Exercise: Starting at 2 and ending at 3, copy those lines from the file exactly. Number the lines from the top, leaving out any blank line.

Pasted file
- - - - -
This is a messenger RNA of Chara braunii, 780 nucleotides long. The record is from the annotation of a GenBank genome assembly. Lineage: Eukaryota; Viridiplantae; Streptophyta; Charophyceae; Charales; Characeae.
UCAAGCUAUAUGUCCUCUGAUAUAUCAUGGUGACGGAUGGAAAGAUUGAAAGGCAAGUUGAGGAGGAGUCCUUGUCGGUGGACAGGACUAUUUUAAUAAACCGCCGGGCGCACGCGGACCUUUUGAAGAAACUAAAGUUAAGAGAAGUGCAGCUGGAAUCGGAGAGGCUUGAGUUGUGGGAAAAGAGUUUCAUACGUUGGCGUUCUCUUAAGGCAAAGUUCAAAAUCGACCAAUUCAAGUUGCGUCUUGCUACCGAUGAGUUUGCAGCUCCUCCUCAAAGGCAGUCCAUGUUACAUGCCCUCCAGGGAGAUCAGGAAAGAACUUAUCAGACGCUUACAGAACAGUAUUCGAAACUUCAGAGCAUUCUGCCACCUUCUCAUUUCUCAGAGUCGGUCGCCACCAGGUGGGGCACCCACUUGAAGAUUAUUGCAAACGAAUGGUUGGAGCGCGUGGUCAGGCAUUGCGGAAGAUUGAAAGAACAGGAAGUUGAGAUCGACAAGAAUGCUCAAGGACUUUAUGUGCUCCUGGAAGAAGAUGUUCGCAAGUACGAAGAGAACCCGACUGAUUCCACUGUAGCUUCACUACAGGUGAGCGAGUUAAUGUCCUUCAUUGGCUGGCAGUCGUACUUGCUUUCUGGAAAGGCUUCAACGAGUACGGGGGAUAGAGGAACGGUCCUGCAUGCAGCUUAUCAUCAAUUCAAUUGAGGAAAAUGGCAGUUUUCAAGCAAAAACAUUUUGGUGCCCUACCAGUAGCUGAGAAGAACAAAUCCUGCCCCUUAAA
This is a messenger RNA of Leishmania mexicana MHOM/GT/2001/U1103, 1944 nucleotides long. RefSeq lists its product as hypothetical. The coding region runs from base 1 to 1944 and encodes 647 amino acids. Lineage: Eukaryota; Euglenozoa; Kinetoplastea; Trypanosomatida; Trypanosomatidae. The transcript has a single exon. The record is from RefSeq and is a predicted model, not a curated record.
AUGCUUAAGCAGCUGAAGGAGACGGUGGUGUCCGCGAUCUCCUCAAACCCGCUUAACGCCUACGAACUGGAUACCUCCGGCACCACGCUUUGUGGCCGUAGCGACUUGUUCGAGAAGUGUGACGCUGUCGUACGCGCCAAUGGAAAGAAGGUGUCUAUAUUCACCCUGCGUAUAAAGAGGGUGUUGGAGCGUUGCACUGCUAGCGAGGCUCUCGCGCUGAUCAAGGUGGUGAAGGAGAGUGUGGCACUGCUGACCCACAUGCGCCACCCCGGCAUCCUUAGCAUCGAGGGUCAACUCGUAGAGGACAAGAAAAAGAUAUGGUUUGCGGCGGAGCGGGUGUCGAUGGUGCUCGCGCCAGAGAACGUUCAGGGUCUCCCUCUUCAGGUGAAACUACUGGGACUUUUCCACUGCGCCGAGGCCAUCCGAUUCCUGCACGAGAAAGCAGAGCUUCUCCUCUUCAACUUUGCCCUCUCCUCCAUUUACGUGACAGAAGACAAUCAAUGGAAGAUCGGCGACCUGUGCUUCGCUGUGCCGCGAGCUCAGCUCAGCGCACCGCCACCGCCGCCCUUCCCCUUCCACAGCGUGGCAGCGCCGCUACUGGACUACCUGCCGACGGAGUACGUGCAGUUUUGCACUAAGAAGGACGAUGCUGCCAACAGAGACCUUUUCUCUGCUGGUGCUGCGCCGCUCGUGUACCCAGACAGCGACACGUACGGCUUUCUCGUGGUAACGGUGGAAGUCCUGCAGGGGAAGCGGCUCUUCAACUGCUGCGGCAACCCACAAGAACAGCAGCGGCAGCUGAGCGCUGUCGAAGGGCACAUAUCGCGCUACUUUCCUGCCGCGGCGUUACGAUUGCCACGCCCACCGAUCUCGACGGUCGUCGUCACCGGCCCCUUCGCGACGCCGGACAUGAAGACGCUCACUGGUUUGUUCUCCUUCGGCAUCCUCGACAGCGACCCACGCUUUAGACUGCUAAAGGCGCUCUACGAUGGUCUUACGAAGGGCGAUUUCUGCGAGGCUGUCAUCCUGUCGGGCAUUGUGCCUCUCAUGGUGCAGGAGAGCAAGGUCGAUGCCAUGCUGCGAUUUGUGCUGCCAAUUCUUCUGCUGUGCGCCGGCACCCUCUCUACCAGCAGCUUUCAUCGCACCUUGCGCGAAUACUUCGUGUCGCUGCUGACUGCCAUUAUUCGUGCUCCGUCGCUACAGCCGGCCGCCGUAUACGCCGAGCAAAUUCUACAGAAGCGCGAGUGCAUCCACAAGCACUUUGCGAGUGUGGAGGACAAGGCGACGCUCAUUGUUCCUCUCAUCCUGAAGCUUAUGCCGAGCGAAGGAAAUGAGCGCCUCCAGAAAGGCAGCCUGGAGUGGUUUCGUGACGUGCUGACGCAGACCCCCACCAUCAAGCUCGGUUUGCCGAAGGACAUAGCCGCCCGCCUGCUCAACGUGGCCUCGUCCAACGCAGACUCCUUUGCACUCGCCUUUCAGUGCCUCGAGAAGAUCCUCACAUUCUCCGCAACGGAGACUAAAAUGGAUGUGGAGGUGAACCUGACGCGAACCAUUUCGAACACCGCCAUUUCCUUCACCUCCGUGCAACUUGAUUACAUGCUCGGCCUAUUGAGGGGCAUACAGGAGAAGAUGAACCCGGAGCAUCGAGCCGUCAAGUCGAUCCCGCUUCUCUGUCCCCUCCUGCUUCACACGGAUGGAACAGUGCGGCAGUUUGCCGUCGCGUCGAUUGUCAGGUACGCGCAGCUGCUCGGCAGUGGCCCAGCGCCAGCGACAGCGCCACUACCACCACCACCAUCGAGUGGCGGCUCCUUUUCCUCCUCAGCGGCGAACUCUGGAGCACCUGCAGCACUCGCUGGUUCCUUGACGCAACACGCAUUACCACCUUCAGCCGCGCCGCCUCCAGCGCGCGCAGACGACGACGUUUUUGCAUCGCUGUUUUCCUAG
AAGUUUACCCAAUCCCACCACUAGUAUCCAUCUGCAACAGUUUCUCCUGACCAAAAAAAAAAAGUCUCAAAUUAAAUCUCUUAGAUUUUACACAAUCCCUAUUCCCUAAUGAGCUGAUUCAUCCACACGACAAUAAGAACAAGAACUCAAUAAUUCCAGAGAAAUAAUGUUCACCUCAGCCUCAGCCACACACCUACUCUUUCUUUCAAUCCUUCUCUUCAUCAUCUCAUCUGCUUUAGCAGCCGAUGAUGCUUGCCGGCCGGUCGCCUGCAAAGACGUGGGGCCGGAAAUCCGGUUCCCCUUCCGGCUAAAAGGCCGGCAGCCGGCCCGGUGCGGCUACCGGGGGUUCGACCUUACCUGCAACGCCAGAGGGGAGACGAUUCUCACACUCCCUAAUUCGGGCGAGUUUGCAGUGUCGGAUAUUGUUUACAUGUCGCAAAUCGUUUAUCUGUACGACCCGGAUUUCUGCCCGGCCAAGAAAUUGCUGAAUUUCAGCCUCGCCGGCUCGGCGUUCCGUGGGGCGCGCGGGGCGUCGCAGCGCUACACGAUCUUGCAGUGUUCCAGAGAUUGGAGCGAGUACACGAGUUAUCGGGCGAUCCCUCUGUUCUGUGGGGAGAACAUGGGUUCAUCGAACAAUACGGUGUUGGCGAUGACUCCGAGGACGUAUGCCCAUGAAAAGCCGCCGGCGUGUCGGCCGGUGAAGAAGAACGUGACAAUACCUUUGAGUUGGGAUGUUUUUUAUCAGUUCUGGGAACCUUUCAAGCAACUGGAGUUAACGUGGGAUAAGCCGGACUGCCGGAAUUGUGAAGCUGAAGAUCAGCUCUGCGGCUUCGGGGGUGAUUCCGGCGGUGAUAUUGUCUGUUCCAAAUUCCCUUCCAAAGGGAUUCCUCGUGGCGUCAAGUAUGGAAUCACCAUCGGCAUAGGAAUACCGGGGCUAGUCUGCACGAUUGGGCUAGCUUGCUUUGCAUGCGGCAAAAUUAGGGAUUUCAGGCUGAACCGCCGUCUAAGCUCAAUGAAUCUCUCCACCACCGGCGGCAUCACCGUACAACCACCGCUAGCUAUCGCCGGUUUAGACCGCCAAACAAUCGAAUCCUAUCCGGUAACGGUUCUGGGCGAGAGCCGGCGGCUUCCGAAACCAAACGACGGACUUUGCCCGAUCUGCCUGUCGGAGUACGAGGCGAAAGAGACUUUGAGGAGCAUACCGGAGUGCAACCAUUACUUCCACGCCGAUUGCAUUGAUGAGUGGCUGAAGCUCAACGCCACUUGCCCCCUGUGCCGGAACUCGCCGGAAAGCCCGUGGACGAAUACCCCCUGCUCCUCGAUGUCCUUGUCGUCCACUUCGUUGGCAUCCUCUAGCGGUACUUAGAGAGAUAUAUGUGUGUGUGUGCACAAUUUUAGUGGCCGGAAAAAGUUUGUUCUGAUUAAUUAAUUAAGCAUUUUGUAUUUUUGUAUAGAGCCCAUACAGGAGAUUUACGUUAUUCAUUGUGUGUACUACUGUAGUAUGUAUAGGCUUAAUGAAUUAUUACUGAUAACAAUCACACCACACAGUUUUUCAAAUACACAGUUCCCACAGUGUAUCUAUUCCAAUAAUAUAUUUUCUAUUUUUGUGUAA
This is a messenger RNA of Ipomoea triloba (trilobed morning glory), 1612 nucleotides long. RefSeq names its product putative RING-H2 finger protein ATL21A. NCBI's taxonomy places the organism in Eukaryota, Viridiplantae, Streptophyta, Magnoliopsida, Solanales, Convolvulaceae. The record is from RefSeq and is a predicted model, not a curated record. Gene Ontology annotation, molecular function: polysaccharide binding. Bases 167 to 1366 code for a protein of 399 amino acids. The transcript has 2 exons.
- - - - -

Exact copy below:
UCAAGCUAUAUGUCCUCUGAUAUAUCAUGGUGACGGAUGGAAAGAUUGAAAGGCAAGUUGAGGAGGAGUCCUUGUCGGUGGACAGGACUAUUUUAAUAAACCGCCGGGCGCACGCGGACCUUUUGAAGAAACUAAAGUUAAGAGAAGUGCAGCUGGAAUCGGAGAGGCUUGAGUUGUGGGAAAAGAGUUUCAUACGUUGGCGUUCUCUUAAGGCAAAGUUCAAAAUCGACCAAUUCAAGUUGCGUCUUGCUACCGAUGAGUUUGCAGCUCCUCCUCAAAGGCAGUCCAUGUUACAUGCCCUCCAGGGAGAUCAGGAAAGAACUUAUCAGACGCUUACAGAACAGUAUUCGAAACUUCAGAGCAUUCUGCCACCUUCUCAUUUCUCAGAGUCGGUCGCCACCAGGUGGGGCACCCACUUGAAGAUUAUUGCAAACGAAUGGUUGGAGCGCGUGGUCAGGCAUUGCGGAAGAUUGAAAGAACAGGAAGUUGAGAUCGACAAGAAUGCUCAAGGACUUUAUGUGCUCCUGGAAGAAGAUGUUCGCAAGUACGAAGAGAACCCGACUGAUUCCACUGUAGCUUCACUACAGGUGAGCGAGUUAAUGUCCUUCAUUGGCUGGCAGUCGUACUUGCUUUCUGGAAAGGCUUCAACGAGUACGGGGGAUAGAGGAACGGUCCUGCAUGCAGCUUAUCAUCAAUUCAAUUGAGGAAAAUGGCAGUUUUCAAGCAAAAACAUUUUGGUGCCCUACCAGUAGCUGAGAAGAACAAAUCCUGCCCCUUAAA
This is a messenger RNA of Leishmania mexicana MHOM/GT/2001/U1103, 1944 nucleotides long. RefSeq lists its product as hypothetical. The coding region runs from base 1 to 1944 and encodes 647 amino acids. Lineage: Eukaryota; Euglenozoa; Kinetoplastea; Trypanosomatida; Trypanosomatidae. The transcript has a single exon. The record is from RefSeq and is a predicted model, not a curated record.